indicated otherwise. The slowest mile of the race was actually mile 14, when Caitlin and I took a break from leading our pack to let someone else take on a bit of the work. While we greatly appreciated her willingness to help, in hindsight this mile and the one immediately following it cost me almost 30 precious seconds. I'll never know whether this was the exact moment where my hopes of sub-2:40 were lost, but it definitely didn't help. See below for the play-by-play (and note that the first mile numbers don't match up due to the difference between chip time and gun time). Regardless, I read somewhere that only 34 women PR'ed at the Trials, and I'm proud to be included among them.

Meagan Overall Mile Splits
6:23 0:06:20
12:21 5:58:00
18:29 6:08:00
24:29:00 6:00:00
30:32:00 6:03:00
36:43:00 6:11:00
42:54:00 6:11:00
48:54:00 6:00:00
55:03:00 6:09:00
1:01:10 0:06:07
1:07:18 0:06:08
1:13:24 0:06:06
1:19:33 0:06:09
1:25:56 0:06:23
1:32:09 0:06:13
1:38:12 0:06:03
1:44:27 0:06:15
1:50:35 0:06:08
1:56:45 0:06:10
2:02:53 0:06:08
2:09:01 0:06:08
2:15:17 0:06:16
2:21:29 0:06:12
2:27:32 0:06:03
2:33:44 0:06:12
2:39:51 0:06:07
2:41:06 0:01:15

So, moving on: what's next? Such a simple question with no readily available answer. Much of this spring's training and racing depends on how quickly my body recovers from this weekend's little jaunt. Though highly out of character, I plan on taking a full week off with no running whatsoever, no matter what, effective immediately. It's rare for me to take more than one or two days off even over an extended period of time unless I'm injured, but this is a conscious decision that I think will benefit me tremendously in the coming months. Last year after Mercedes, I felt decent enough after the marathon that I ran 60 miles the following week and never really allowed myself any down time. In hindsight, I'm sure this is what led me to feel sluggish for months afterward any time I tried to run fast and probably also contributed to the fierce case of IT band syndrome that flared up in mid-March. So, in an effort to actually learn from my mistakes, I plan to be extremely cautious when coming back this time around. Forced rest won't be easy, especially considering how ingrained I've become in my daily routine, but I'm confident it's the right decision.

Enjoying some time with the parentals on Sunday morning

And so, at long last, the "2012 Olympic Trials" chapter of my training and racing has drawn to a close. It's hard to comprehend, after investing so much of my physical and emotional energy into this pursuit over the past year, that it can be brushed aside so easily. But although the race itself is now behind me, the entire experience has definitely renewed my will to train, to compete, to become a better and more experienced runner. I'm so excited to see what the coming year brings!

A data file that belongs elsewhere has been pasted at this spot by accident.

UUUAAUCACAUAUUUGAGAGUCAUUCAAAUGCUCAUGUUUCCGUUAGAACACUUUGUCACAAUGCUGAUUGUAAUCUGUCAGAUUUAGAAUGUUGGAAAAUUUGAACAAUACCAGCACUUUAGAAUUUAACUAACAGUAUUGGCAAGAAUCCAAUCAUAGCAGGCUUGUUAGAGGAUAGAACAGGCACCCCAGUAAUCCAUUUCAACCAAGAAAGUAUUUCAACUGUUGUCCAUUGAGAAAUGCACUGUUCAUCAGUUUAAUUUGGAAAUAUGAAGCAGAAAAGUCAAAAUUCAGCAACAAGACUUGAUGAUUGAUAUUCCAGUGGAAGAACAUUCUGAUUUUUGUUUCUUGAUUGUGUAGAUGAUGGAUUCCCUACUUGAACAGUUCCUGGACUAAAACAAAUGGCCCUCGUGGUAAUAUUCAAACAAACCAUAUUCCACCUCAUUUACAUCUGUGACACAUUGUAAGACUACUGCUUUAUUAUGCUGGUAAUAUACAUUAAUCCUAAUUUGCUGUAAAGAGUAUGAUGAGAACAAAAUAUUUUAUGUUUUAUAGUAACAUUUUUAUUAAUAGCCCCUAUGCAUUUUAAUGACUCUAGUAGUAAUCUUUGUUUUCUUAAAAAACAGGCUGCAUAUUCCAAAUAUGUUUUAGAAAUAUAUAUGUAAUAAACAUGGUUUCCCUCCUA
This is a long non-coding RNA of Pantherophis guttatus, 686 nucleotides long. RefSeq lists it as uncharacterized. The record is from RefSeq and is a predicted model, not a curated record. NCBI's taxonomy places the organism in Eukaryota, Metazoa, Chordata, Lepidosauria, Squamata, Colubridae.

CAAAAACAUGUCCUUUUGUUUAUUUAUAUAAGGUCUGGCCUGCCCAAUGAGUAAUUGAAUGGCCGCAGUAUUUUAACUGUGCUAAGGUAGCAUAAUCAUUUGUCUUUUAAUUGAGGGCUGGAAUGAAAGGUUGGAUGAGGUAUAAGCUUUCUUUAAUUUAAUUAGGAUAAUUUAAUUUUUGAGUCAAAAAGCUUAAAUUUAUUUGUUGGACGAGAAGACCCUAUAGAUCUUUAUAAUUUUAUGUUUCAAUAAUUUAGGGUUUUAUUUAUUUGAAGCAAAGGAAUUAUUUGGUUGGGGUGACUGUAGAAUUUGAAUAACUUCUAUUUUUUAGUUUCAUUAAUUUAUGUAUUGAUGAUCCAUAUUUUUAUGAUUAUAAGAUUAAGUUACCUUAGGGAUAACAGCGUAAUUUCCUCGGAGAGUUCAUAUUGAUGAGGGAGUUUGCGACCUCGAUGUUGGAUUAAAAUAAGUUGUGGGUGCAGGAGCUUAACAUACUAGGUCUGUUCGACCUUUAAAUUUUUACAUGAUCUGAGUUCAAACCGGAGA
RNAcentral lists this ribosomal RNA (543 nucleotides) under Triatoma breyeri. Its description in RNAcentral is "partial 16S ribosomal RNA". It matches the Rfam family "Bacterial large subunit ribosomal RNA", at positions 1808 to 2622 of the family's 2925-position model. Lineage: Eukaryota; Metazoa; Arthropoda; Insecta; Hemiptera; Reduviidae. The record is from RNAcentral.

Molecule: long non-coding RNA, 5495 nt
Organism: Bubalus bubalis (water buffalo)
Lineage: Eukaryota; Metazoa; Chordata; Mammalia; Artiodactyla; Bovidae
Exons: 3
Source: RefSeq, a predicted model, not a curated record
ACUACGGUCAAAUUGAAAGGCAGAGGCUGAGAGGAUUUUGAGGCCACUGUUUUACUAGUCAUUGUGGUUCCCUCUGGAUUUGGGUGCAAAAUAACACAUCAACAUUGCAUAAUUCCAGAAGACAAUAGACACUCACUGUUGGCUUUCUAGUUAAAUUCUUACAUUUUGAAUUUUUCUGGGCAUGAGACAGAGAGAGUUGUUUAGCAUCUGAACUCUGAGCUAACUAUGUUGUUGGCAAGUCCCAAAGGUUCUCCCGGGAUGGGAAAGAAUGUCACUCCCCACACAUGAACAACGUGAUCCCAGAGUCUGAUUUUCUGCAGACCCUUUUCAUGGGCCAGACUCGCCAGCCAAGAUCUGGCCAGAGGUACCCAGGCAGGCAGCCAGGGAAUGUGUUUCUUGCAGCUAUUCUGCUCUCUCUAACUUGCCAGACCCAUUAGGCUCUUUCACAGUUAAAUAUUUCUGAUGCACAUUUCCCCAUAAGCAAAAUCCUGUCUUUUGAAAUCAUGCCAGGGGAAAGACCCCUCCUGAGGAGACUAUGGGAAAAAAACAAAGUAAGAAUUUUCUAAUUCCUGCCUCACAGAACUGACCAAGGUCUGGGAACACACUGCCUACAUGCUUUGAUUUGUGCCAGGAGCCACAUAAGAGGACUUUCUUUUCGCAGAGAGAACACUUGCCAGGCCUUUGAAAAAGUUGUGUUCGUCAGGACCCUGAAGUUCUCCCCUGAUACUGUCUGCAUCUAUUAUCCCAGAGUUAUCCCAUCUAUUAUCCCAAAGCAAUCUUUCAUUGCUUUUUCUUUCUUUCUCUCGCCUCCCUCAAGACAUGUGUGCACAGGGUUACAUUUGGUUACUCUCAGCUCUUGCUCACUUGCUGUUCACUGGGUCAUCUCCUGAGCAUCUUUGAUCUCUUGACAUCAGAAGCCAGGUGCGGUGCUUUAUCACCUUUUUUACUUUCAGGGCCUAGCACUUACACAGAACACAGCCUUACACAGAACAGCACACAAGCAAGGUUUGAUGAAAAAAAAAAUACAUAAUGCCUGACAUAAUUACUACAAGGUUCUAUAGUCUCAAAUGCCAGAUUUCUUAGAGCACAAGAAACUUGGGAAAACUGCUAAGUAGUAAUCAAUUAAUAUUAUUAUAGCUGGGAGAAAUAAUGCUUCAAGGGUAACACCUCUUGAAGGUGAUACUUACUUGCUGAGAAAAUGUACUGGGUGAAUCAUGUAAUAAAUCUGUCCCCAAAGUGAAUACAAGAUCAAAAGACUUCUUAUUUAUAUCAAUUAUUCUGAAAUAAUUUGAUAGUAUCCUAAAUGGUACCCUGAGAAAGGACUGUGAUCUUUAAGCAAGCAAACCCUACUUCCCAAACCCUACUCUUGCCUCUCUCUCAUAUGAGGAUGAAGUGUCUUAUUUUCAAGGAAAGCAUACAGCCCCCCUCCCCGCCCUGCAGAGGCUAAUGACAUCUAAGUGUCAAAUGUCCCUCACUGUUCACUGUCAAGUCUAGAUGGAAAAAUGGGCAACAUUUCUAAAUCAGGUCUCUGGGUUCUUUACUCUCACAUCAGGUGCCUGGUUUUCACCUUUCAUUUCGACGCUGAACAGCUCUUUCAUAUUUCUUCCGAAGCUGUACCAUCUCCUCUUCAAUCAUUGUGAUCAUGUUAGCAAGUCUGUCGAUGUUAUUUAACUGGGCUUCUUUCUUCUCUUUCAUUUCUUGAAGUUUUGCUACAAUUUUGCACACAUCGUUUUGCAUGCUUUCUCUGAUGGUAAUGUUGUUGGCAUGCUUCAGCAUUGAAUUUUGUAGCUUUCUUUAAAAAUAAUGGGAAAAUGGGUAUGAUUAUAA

But first, I rest.

Saturday, January 14, 2012

US Olympic Marathon Trials Recap

Goal #1: Finish
Goal #2: Finish not last
Goal #3: Finish with a PR (sub-2:45:00: 6:18 pace)
Goal #4: Finish top 50
Goal #5: Finish sub-2:40 (6:05 pace)

Actual: 2:41:05 (6:08 pace)
49th place out of 152 finishers
Results; Mile by Mile Splits
Splits (that I remember): 10k @38:00; 10 mile @61:10; 20k @1:15:55; 13 @1:1
Slowest mile: 6:23

Fastest mile: 5:58
Goals Achieved: 1-4

My alarm went off at 5:15, but it was unnecessary. I'd been thinking of this morning, dreaming of it, consciously and subconsciously, for almost a year. I looked over at Jordan, who was also wide awake, and we both wordlessly swung our legs over the side of the hotel bed and stood to our feet. It was time.

An hour later, our backpacks filled wit
h various race-day miscellany, we slowly trotted down the darkened early morning streets of downtown Houston. Leaving the Residence Inn behind, my destination was the Hilton, then Caitlin's room, then the George R. Brown Convention Center, and then my destiny. Not listed in order of importance. As Caitlin and I filed into the elite athlete holding area, flanked by Jordan and Garrett, the incomprehensible reality that we were actually doing this became ineluctable. My entire body tingled with nervous energy, though on the surface I remained quiet and calm. Caitlin, Megan Hovis and I situated ourselves along a side wall, soon to be joined by my friend Allison. Almost one year ago Allison and I roomed together at the 2011 Houston Marathon, both of us walking (hobbling) away from that event feeling more discouraged than triumphant. This year, this time, we were determined to work together with Caitlin for our vindication. With 30 minutes to go we were herded down the escalator and outside to the elite athlete staging area, and you could almost feel the collective sharp intake of breath as we were thrust into the cold, wind-blown shade of the downtown skyline. After a few minutes of jogging, a stride or two, a bathroom trip or four and a hasty discarding of clothing into the bag drop, I found myself being led to the starting line.